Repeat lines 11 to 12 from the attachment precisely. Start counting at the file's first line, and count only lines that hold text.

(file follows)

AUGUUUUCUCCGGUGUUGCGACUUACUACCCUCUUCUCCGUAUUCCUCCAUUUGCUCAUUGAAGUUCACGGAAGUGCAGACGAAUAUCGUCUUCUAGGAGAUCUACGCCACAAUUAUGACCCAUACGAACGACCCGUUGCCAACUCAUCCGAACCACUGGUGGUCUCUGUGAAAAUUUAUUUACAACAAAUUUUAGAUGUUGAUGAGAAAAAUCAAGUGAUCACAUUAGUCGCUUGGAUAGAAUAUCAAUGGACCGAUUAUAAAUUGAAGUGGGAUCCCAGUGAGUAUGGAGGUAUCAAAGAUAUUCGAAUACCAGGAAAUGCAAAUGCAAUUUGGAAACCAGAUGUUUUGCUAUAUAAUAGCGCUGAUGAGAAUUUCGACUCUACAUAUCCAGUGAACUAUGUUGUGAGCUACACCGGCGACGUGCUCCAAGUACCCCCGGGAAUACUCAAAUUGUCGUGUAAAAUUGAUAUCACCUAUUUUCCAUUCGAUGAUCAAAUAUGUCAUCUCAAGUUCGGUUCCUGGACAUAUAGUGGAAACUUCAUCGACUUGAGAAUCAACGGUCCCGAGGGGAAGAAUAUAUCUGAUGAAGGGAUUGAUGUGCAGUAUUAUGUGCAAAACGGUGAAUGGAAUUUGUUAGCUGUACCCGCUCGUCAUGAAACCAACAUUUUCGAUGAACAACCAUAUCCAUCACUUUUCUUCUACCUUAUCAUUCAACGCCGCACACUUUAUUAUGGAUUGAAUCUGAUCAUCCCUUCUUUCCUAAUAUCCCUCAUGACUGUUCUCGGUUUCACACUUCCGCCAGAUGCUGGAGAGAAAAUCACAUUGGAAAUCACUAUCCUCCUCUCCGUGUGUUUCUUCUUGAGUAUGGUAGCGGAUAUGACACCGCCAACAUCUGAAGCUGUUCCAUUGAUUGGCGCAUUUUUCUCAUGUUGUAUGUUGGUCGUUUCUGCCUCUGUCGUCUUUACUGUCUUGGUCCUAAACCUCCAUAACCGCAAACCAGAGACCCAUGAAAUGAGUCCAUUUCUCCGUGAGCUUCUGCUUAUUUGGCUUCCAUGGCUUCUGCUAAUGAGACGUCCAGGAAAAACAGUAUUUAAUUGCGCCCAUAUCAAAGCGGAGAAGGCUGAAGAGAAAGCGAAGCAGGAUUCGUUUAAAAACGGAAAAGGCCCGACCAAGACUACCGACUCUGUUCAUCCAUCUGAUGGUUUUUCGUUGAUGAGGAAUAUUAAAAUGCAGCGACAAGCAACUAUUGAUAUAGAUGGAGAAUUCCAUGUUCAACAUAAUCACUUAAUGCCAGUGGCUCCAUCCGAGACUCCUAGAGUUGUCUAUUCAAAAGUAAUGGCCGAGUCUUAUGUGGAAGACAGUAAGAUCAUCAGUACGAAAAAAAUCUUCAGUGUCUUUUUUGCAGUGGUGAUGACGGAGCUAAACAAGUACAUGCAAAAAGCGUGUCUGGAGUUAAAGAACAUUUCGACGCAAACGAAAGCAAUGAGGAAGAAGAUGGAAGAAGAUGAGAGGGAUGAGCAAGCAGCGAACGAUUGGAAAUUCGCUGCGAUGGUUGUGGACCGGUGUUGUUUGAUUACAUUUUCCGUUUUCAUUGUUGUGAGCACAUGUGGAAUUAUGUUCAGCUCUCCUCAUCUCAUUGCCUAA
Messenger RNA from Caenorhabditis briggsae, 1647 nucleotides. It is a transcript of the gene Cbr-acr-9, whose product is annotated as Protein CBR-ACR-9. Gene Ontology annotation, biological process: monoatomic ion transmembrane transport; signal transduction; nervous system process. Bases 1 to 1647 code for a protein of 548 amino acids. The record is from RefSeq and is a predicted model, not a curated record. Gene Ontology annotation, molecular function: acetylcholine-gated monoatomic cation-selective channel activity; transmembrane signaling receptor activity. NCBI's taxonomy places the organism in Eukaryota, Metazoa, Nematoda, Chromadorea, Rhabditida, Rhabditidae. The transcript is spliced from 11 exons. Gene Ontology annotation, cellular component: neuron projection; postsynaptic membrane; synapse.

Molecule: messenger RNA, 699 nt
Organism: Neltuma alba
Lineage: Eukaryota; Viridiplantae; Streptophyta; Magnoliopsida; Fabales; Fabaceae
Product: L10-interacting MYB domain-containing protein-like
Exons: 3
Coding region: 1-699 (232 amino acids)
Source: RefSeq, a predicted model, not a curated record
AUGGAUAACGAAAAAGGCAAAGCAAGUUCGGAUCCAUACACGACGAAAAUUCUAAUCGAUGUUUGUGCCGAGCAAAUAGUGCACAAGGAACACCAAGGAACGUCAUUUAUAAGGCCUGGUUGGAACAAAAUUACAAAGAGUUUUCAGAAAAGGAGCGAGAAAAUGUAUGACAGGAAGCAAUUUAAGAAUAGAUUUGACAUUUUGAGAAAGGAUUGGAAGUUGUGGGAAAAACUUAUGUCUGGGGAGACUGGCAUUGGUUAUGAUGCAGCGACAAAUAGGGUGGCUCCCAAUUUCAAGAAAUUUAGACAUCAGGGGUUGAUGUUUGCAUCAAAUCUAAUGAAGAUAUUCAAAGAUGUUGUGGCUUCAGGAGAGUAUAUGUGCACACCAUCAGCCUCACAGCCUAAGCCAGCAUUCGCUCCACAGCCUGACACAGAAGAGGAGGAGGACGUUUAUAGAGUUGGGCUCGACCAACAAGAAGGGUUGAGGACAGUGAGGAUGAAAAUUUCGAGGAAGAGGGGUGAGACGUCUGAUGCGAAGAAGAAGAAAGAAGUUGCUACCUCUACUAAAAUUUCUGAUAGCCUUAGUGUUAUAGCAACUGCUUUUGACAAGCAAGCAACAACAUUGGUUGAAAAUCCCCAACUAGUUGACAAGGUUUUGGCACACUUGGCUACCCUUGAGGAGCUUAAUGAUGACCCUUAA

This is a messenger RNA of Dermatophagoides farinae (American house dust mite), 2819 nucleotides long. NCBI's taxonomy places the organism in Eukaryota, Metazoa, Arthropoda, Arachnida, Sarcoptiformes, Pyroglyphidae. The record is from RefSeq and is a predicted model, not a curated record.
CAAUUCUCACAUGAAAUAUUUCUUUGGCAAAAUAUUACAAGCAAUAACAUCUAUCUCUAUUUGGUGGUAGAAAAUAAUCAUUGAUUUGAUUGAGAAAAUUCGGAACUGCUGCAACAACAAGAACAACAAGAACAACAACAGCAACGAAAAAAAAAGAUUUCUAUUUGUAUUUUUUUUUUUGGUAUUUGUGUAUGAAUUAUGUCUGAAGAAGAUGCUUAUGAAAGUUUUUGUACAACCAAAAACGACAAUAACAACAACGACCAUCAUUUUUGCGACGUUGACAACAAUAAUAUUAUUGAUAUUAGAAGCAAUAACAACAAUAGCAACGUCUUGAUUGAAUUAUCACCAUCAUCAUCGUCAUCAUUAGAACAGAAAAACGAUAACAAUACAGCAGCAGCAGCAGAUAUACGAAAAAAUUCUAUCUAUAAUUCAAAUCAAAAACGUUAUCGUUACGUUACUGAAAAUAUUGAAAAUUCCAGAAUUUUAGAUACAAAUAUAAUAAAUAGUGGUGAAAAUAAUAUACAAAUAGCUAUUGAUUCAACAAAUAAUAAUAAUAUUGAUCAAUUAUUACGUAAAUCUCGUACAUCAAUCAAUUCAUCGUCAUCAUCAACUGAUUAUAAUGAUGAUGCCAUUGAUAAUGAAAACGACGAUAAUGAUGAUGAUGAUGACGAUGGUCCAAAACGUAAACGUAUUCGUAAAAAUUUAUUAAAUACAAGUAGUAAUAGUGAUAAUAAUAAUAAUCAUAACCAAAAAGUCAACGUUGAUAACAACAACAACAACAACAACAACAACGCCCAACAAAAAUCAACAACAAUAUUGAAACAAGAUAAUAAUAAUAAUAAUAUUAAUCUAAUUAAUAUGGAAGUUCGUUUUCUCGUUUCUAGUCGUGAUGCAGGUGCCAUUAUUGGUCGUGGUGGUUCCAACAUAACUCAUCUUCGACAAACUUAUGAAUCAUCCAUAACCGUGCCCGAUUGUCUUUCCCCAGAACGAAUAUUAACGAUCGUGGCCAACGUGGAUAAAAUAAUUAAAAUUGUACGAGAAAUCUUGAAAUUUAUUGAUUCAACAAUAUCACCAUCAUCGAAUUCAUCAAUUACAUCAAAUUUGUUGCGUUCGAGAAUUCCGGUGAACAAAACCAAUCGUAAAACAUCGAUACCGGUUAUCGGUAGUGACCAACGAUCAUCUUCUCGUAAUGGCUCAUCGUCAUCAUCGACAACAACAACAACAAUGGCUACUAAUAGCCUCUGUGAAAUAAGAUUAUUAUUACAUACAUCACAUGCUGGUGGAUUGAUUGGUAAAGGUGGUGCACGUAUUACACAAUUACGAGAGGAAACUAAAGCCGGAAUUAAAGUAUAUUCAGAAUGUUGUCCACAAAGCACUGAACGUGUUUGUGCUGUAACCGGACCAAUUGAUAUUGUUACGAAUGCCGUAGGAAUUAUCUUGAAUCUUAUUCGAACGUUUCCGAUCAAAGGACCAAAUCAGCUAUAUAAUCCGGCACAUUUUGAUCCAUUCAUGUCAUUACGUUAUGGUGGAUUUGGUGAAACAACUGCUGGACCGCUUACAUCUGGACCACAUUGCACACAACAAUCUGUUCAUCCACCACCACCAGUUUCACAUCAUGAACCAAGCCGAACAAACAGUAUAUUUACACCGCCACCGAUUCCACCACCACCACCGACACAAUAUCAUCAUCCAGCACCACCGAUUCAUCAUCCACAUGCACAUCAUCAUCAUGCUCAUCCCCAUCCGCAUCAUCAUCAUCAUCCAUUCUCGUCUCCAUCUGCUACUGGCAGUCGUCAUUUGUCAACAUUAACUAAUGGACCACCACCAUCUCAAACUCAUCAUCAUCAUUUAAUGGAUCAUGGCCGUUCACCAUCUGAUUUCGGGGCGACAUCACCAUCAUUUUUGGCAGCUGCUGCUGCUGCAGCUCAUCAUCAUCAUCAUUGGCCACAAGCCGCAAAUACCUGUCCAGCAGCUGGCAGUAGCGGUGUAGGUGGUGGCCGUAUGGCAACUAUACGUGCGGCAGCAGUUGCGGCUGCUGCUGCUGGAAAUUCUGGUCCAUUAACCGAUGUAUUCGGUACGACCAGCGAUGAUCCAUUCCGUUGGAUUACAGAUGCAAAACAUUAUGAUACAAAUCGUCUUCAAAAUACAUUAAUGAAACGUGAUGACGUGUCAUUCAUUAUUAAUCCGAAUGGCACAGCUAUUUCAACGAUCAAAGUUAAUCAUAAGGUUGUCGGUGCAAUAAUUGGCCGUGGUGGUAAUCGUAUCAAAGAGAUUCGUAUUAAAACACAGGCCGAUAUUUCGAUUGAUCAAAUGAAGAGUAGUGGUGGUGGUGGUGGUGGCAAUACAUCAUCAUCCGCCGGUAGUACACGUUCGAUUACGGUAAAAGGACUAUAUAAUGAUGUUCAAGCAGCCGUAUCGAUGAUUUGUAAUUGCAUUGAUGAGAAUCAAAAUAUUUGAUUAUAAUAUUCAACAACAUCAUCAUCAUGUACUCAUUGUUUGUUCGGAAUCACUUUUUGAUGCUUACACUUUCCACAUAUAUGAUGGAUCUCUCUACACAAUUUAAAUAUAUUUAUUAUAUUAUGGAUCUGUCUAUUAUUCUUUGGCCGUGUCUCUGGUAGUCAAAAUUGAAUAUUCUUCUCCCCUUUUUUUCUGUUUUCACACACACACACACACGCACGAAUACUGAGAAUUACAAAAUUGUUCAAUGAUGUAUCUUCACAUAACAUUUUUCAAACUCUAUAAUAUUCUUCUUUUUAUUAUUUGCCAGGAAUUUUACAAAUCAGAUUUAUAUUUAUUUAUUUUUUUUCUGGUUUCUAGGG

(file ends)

This is a messenger RNA of Dermatophagoides farinae (American house dust mite), 2819 nucleotides long. NCBI's taxonomy places the organism in Eukaryota, Metazoa, Arthropoda, Arachnida, Sarcoptiformes, Pyroglyphidae. The record is from RefSeq and is a predicted model, not a curated record.
CAAUUCUCACAUGAAAUAUUUCUUUGGCAAAAUAUUACAAGCAAUAACAUCUAUCUCUAUUUGGUGGUAGAAAAUAAUCAUUGAUUUGAUUGAGAAAAUUCGGAACUGCUGCAACAACAAGAACAACAAGAACAACAACAGCAACGAAAAAAAAAGAUUUCUAUUUGUAUUUUUUUUUUUGGUAUUUGUGUAUGAAUUAUGUCUGAAGAAGAUGCUUAUGAAAGUUUUUGUACAACCAAAAACGACAAUAACAACAACGACCAUCAUUUUUGCGACGUUGACAACAAUAAUAUUAUUGAUAUUAGAAGCAAUAACAACAAUAGCAACGUCUUGAUUGAAUUAUCACCAUCAUCAUCGUCAUCAUUAGAACAGAAAAACGAUAACAAUACAGCAGCAGCAGCAGAUAUACGAAAAAAUUCUAUCUAUAAUUCAAAUCAAAAACGUUAUCGUUACGUUACUGAAAAUAUUGAAAAUUCCAGAAUUUUAGAUACAAAUAUAAUAAAUAGUGGUGAAAAUAAUAUACAAAUAGCUAUUGAUUCAACAAAUAAUAAUAAUAUUGAUCAAUUAUUACGUAAAUCUCGUACAUCAAUCAAUUCAUCGUCAUCAUCAACUGAUUAUAAUGAUGAUGCCAUUGAUAAUGAAAACGACGAUAAUGAUGAUGAUGAUGACGAUGGUCCAAAACGUAAACGUAUUCGUAAAAAUUUAUUAAAUACAAGUAGUAAUAGUGAUAAUAAUAAUAAUCAUAACCAAAAAGUCAACGUUGAUAACAACAACAACAACAACAACAACAACGCCCAACAAAAAUCAACAACAAUAUUGAAACAAGAUAAUAAUAAUAAUAAUAUUAAUCUAAUUAAUAUGGAAGUUCGUUUUCUCGUUUCUAGUCGUGAUGCAGGUGCCAUUAUUGGUCGUGGUGGUUCCAACAUAACUCAUCUUCGACAAACUUAUGAAUCAUCCAUAACCGUGCCCGAUUGUCUUUCCCCAGAACGAAUAUUAACGAUCGUGGCCAACGUGGAUAAAAUAAUUAAAAUUGUACGAGAAAUCUUGAAAUUUAUUGAUUCAACAAUAUCACCAUCAUCGAAUUCAUCAAUUACAUCAAAUUUGUUGCGUUCGAGAAUUCCGGUGAACAAAACCAAUCGUAAAACAUCGAUACCGGUUAUCGGUAGUGACCAACGAUCAUCUUCUCGUAAUGGCUCAUCGUCAUCAUCGACAACAACAACAACAAUGGCUACUAAUAGCCUCUGUGAAAUAAGAUUAUUAUUACAUACAUCACAUGCUGGUGGAUUGAUUGGUAAAGGUGGUGCACGUAUUACACAAUUACGAGAGGAAACUAAAGCCGGAAUUAAAGUAUAUUCAGAAUGUUGUCCACAAAGCACUGAACGUGUUUGUGCUGUAACCGGACCAAUUGAUAUUGUUACGAAUGCCGUAGGAAUUAUCUUGAAUCUUAUUCGAACGUUUCCGAUCAAAGGACCAAAUCAGCUAUAUAAUCCGGCACAUUUUGAUCCAUUCAUGUCAUUACGUUAUGGUGGAUUUGGUGAAACAACUGCUGGACCGCUUACAUCUGGACCACAUUGCACACAACAAUCUGUUCAUCCACCACCACCAGUUUCACAUCAUGAACCAAGCCGAACAAACAGUAUAUUUACACCGCCACCGAUUCCACCACCACCACCGACACAAUAUCAUCAUCCAGCACCACCGAUUCAUCAUCCACAUGCACAUCAUCAUCAUGCUCAUCCCCAUCCGCAUCAUCAUCAUCAUCCAUUCUCGUCUCCAUCUGCUACUGGCAGUCGUCAUUUGUCAACAUUAACUAAUGGACCACCACCAUCUCAAACUCAUCAUCAUCAUUUAAUGGAUCAUGGCCGUUCACCAUCUGAUUUCGGGGCGACAUCACCAUCAUUUUUGGCAGCUGCUGCUGCUGCAGCUCAUCAUCAUCAUCAUUGGCCACAAGCCGCAAAUACCUGUCCAGCAGCUGGCAGUAGCGGUGUAGGUGGUGGCCGUAUGGCAACUAUACGUGCGGCAGCAGUUGCGGCUGCUGCUGCUGGAAAUUCUGGUCCAUUAACCGAUGUAUUCGGUACGACCAGCGAUGAUCCAUUCCGUUGGAUUACAGAUGCAAAACAUUAUGAUACAAAUCGUCUUCAAAAUACAUUAAUGAAACGUGAUGACGUGUCAUUCAUUAUUAAUCCGAAUGGCACAGCUAUUUCAACGAUCAAAGUUAAUCAUAAGGUUGUCGGUGCAAUAAUUGGCCGUGGUGGUAAUCGUAUCAAAGAGAUUCGUAUUAAAACACAGGCCGAUAUUUCGAUUGAUCAAAUGAAGAGUAGUGGUGGUGGUGGUGGUGGCAAUACAUCAUCAUCCGCCGGUAGUACACGUUCGAUUACGGUAAAAGGACUAUAUAAUGAUGUUCAAGCAGCCGUAUCGAUGAUUUGUAAUUGCAUUGAUGAGAAUCAAAAUAUUUGAUUAUAAUAUUCAACAACAUCAUCAUCAUGUACUCAUUGUUUGUUCGGAAUCACUUUUUGAUGCUUACACUUUCCACAUAUAUGAUGGAUCUCUCUACACAAUUUAAAUAUAUUUAUUAUAUUAUGGAUCUGUCUAUUAUUCUUUGGCCGUGUCUCUGGUAGUCAAAAUUGAAUAUUCUUCUCCCCUUUUUUUCUGUUUUCACACACACACACACACGCACGAAUACUGAGAAUUACAAAAUUGUUCAAUGAUGUAUCUUCACAUAACAUUUUUCAAACUCUAUAAUAUUCUUCUUUUUAUUAUUUGCCAGGAAUUUUACAAAUCAGAUUUAUAUUUAUUUAUUUUUUUUCUGGUUUCUAGGG